"It's sort of hard not to say anything controversial in space law because everyone has a different opinion about what space law should do," she explains. Space law is largely based on two treaties, the Outer Space Treatyand the moon Agreement, plus more general international law applied to space. But there's tension within the treaties about what space should be used for.

"Should it help us here on earth with resources and so we should be very industrial about space?" says Boggs. "Or should we be more romantic about space? [As in] 'we go and we share and we learn and we explore!' "

While the moot court case is hypothetical, the issues are relevant now. Commercial spaceflight is already happening, more countries are launching satellites and the spaceflight company SpaceX says it hopes to send people around the moon next year. Many students who participate in the competition go on to work for aerospace companies or agencies like NASA and its international counterparts.

Because space law is largely built on international law, such programs also attract a good number of future diplomats. Boggs would like to work with the U.S. State Department, although she's also interested in working on aerospace issues. Sharan Bhavnani, a member of India's moot court team from the National Law School India University Bangalore, says he specifically chose to participate in the competition because he thought it would be relevant to diplomatic work.

"Eventually I want to become a career diplomat for India, and I'm hoping that I could possibly be part of the negotiations for a new [space] treaty or resolution in the future," he says. "Space law has developed from the interaction of states."

Bhavnani says he expects Asia to have a growing influence in space in the coming years, and he would like to help shape how that influence is felt around the world.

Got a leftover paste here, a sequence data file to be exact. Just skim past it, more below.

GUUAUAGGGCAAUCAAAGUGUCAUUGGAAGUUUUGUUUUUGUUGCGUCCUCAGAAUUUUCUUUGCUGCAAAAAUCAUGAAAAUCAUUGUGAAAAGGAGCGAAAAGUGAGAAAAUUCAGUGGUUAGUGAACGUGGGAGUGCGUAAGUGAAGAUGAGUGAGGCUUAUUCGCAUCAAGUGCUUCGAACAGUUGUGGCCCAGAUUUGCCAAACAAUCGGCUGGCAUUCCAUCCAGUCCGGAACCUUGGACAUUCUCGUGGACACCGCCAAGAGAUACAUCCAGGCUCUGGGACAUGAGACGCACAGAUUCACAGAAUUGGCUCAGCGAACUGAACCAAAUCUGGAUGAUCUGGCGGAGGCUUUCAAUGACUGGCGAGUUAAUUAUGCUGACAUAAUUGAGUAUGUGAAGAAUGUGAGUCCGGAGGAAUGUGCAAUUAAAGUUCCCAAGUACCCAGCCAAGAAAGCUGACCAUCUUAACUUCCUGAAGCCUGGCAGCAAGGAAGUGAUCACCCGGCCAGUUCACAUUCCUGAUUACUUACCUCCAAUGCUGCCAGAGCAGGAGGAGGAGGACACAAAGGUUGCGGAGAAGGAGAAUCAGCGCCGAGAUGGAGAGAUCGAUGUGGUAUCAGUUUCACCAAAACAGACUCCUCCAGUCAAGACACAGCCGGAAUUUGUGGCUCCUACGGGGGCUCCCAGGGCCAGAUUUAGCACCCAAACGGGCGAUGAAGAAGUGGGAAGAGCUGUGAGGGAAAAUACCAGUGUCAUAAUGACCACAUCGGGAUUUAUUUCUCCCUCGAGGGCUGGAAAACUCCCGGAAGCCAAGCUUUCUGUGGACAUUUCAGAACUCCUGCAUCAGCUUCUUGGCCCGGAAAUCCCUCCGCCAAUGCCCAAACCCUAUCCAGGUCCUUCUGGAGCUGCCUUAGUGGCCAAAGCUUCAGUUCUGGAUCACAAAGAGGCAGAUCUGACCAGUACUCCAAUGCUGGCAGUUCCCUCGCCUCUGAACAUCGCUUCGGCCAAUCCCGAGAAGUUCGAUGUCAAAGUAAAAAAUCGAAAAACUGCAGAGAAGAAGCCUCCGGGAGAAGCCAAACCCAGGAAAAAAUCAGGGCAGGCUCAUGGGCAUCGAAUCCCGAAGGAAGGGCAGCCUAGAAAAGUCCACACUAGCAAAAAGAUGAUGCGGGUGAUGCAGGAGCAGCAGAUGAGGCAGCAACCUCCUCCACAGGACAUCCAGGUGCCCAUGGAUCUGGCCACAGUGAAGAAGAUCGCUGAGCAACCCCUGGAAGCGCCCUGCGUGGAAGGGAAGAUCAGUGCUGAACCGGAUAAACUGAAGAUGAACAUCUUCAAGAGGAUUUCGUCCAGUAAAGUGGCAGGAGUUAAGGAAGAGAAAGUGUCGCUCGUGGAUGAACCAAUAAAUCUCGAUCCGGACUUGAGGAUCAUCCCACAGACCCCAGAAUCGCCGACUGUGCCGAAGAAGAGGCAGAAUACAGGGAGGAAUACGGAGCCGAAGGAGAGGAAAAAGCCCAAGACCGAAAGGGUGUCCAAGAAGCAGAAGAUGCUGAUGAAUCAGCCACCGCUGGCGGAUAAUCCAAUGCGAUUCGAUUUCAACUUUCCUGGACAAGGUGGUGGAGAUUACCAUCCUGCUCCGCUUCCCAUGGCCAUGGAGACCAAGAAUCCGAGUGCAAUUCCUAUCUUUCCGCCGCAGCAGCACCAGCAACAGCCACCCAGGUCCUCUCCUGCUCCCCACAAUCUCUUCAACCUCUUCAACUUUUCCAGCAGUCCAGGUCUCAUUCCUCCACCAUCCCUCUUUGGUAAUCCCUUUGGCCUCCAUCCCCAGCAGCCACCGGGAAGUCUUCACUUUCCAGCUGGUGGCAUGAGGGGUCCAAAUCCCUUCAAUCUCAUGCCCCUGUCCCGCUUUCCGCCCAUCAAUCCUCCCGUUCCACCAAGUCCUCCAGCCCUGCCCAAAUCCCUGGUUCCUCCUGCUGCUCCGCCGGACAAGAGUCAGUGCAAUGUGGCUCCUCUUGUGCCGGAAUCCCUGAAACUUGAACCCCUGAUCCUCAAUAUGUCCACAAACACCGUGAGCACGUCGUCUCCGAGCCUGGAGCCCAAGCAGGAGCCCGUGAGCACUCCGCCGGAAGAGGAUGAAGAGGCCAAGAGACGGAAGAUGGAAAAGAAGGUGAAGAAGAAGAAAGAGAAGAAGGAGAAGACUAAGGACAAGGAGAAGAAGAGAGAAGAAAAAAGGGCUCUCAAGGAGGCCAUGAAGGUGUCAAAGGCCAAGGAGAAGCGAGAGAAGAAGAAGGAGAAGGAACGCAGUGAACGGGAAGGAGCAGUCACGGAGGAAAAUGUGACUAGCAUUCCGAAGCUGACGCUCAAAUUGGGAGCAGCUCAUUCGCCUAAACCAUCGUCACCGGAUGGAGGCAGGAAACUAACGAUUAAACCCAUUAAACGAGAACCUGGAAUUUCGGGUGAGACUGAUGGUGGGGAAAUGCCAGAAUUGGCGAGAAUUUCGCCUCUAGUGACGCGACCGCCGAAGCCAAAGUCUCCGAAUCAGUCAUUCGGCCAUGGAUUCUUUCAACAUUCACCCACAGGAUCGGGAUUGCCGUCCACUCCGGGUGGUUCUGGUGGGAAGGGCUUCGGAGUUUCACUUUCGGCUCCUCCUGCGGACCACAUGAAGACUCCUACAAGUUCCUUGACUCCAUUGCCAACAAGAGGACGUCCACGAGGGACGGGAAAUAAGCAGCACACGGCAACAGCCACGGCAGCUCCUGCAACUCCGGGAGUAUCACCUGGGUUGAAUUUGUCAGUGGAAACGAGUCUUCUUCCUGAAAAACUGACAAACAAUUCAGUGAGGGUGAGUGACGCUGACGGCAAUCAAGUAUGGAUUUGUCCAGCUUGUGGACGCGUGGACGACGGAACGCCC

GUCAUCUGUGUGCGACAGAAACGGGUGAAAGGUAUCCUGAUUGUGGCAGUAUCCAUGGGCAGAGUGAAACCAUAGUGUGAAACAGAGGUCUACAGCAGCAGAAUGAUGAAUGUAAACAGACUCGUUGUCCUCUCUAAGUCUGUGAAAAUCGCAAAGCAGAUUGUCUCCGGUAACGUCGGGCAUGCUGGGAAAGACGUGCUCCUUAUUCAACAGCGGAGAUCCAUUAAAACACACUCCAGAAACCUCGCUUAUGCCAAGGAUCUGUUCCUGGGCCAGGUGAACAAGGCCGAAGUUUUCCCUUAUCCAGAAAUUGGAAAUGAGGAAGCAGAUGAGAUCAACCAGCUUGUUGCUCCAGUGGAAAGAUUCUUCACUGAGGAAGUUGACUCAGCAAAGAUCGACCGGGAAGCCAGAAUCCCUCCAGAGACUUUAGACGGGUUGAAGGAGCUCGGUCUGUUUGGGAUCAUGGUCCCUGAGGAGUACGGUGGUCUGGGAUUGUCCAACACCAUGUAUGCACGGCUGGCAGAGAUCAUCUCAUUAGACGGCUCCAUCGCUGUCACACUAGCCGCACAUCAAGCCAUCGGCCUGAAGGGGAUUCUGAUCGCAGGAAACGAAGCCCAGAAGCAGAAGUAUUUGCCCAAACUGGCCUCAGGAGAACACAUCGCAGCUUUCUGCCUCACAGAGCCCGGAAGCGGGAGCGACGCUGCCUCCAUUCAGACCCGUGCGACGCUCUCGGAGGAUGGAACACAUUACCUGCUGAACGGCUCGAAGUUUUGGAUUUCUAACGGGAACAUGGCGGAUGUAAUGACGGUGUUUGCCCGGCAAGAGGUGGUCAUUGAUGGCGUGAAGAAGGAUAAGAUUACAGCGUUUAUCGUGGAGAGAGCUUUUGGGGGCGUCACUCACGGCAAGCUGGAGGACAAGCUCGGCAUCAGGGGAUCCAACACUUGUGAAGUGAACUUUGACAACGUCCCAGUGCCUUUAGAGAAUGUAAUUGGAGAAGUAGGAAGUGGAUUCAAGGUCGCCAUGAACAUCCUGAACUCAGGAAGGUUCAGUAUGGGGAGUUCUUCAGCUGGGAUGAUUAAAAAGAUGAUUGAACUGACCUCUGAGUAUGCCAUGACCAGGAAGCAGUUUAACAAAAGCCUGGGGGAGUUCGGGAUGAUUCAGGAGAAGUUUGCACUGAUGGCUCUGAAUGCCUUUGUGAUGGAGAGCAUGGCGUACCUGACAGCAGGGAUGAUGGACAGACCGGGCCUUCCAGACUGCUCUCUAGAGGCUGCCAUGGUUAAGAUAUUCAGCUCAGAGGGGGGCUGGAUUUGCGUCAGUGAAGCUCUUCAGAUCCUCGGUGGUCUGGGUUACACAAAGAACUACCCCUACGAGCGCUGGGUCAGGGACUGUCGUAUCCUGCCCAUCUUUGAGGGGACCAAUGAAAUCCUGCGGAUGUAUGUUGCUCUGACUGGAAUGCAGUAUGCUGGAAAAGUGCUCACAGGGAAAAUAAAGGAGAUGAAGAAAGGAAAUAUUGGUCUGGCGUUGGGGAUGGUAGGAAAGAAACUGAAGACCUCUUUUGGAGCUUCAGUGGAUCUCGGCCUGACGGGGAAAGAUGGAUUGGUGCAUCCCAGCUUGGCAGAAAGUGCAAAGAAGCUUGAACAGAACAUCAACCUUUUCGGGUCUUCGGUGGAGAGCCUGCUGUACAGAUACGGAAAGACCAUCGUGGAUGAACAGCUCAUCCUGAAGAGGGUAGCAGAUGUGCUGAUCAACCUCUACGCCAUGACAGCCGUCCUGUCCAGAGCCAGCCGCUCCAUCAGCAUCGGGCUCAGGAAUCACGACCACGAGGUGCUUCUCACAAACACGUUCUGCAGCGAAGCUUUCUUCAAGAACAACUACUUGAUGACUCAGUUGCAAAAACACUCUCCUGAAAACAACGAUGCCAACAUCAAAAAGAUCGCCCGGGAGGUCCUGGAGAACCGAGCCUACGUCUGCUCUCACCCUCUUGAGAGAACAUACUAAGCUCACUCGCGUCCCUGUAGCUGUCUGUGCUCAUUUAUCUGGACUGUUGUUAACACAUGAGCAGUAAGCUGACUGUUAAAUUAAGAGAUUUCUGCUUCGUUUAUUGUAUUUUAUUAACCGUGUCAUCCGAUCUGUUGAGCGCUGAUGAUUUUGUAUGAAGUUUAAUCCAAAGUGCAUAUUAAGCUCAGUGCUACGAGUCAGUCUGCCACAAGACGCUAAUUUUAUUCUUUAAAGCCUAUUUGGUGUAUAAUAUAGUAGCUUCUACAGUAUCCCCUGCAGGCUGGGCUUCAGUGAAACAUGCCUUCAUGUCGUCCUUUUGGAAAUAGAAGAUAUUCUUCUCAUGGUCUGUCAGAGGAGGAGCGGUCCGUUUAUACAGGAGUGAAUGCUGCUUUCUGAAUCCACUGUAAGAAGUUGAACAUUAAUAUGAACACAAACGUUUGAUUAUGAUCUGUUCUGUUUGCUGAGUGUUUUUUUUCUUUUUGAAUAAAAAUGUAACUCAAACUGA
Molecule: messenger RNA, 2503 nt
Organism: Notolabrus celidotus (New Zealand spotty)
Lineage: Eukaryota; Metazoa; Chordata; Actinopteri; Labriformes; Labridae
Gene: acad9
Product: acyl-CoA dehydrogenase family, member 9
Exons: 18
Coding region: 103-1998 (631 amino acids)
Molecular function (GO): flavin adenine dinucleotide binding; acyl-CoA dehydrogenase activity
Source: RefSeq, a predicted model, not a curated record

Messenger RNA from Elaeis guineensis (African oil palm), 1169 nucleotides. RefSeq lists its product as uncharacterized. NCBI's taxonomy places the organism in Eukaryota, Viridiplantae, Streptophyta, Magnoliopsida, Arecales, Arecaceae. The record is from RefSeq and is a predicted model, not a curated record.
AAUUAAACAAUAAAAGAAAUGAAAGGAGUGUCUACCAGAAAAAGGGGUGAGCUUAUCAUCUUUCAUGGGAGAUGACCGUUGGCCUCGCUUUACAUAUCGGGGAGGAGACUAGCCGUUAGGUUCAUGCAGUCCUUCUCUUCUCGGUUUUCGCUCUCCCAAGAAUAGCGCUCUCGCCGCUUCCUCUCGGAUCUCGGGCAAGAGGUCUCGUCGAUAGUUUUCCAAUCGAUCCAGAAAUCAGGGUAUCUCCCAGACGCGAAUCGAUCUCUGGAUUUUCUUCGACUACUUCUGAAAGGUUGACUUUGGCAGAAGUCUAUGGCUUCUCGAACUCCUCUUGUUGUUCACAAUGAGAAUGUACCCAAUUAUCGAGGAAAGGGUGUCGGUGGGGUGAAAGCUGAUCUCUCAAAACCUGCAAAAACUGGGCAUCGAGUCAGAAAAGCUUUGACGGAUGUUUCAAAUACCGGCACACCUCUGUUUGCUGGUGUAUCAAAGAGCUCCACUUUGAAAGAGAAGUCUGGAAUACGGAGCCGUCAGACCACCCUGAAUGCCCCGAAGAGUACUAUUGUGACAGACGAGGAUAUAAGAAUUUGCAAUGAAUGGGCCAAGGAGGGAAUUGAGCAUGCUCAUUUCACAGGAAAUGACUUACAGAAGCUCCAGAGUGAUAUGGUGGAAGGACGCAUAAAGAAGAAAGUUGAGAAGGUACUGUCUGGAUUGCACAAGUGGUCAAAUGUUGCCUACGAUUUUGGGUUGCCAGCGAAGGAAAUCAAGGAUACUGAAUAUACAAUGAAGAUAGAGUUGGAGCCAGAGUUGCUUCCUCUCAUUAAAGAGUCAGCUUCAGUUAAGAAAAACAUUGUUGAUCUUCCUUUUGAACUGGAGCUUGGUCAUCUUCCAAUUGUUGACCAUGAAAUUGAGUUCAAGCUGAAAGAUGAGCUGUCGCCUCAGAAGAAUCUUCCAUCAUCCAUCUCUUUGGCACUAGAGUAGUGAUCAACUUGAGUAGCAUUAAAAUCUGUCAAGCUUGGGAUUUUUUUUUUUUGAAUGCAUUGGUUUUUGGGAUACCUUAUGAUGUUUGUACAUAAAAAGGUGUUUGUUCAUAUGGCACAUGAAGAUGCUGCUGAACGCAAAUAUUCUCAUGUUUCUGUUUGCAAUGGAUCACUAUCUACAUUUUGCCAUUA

"The space for developing countries is growing," he says. "There's India, China, Japan — all these are upcoming, and over the next decade or so, we will be major space powers."

Space law experts see an even more pressing need for updated laws governing commercial spaceflight. "I think there are going to be a lot more people traveling on private spacecraft than government spacecraft," says Andrea Harrington, a space law and liability expert, professor at the University of Mississippi School of Law and coach of the school's space law moot court team.

She says uncertainty about who is responsible for things that happen in, or on the way to, space could hold back the spaceflight business. "It's hard to get investors to want to put their money into an activity when it's unclear that that activity is still going to be legal, and is still going to be possible to license and partake in and move forward in the future," she says.

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Rebecca Hersher (she/her) is a reporter on NPR's Science Desk, where she reports on outbreaks, natural disasters, and environmental and health research. Since coming to NPR in 2011, she has covered the Ebola outbreak in West Africa, embedded with the Afghan army after the American combat mission ended, and reported on floods and hurricanes in the U.S. She's also reported on research about puppies. Before her work on the Science Desk, she was a producer for NPR's Weekend All Things Considered in Los Angeles.